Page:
Connecticut Debates Sweetened Beverage Tax
As previously covered on this blog, a number of local jurisdictions throughout the U.S. have sought to implement a “soda tax”. (See our February 27, 2017 blog and November 15, 2016 blog.) Now Connecticut is considering taxing certain sweetened beverages. Connecticut H.B. 7314 was referred to the Joint Committee on Finance Revenue and Bonding on March 29, 2017 and the committee held a hearing on the legislation earlier this month.
The bill would impose a one cent per ounce tax at retail on sweetened beverages. A sweetened beverage is defined as prepackaged, carbonated or noncarbonated nonalcoholic beverage that contains an added caloric sweetener. Milk, nondairy creamers, 100% juices, infant formula and medical food would be exempted. The funds collected from the tax would be placed in a separate account and be used to fund early childhood education and outreach efforts aimed at reducing obesity, heart disease and diabetes.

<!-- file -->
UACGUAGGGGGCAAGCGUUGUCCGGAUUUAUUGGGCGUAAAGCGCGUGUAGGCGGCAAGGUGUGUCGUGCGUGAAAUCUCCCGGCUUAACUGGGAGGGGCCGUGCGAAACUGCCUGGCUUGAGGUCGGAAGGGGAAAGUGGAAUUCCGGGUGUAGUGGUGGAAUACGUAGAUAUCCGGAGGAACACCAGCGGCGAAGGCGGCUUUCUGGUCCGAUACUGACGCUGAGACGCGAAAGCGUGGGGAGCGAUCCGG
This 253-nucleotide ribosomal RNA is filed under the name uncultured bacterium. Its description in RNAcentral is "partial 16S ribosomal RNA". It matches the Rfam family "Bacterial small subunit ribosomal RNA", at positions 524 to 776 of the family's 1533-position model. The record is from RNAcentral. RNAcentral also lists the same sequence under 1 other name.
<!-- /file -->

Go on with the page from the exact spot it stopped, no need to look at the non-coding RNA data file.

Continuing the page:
The Hartford Business Journal reported that during the public hearing on the legislation, Republican committee members expressed concern that the money raised from the tax—estimated to be about $145 million annually—would not be spent on the intended programs. Others pointed out that about a third of the tax would be paid for by households that make less than $40,000 per year and that many people would purchase sugary beverages, along with other groceries, in neighboring states if the tax was implemented. Connecticut Voices for Children, Dr. David Katz (Director of Yale University’s Prevention Research Center and former Editor-in-Chief of the journal Childhood Obesity) and others who testified in favor of the legislation suggested that that tax would reduce soda consumption and, therefore, have health benefits.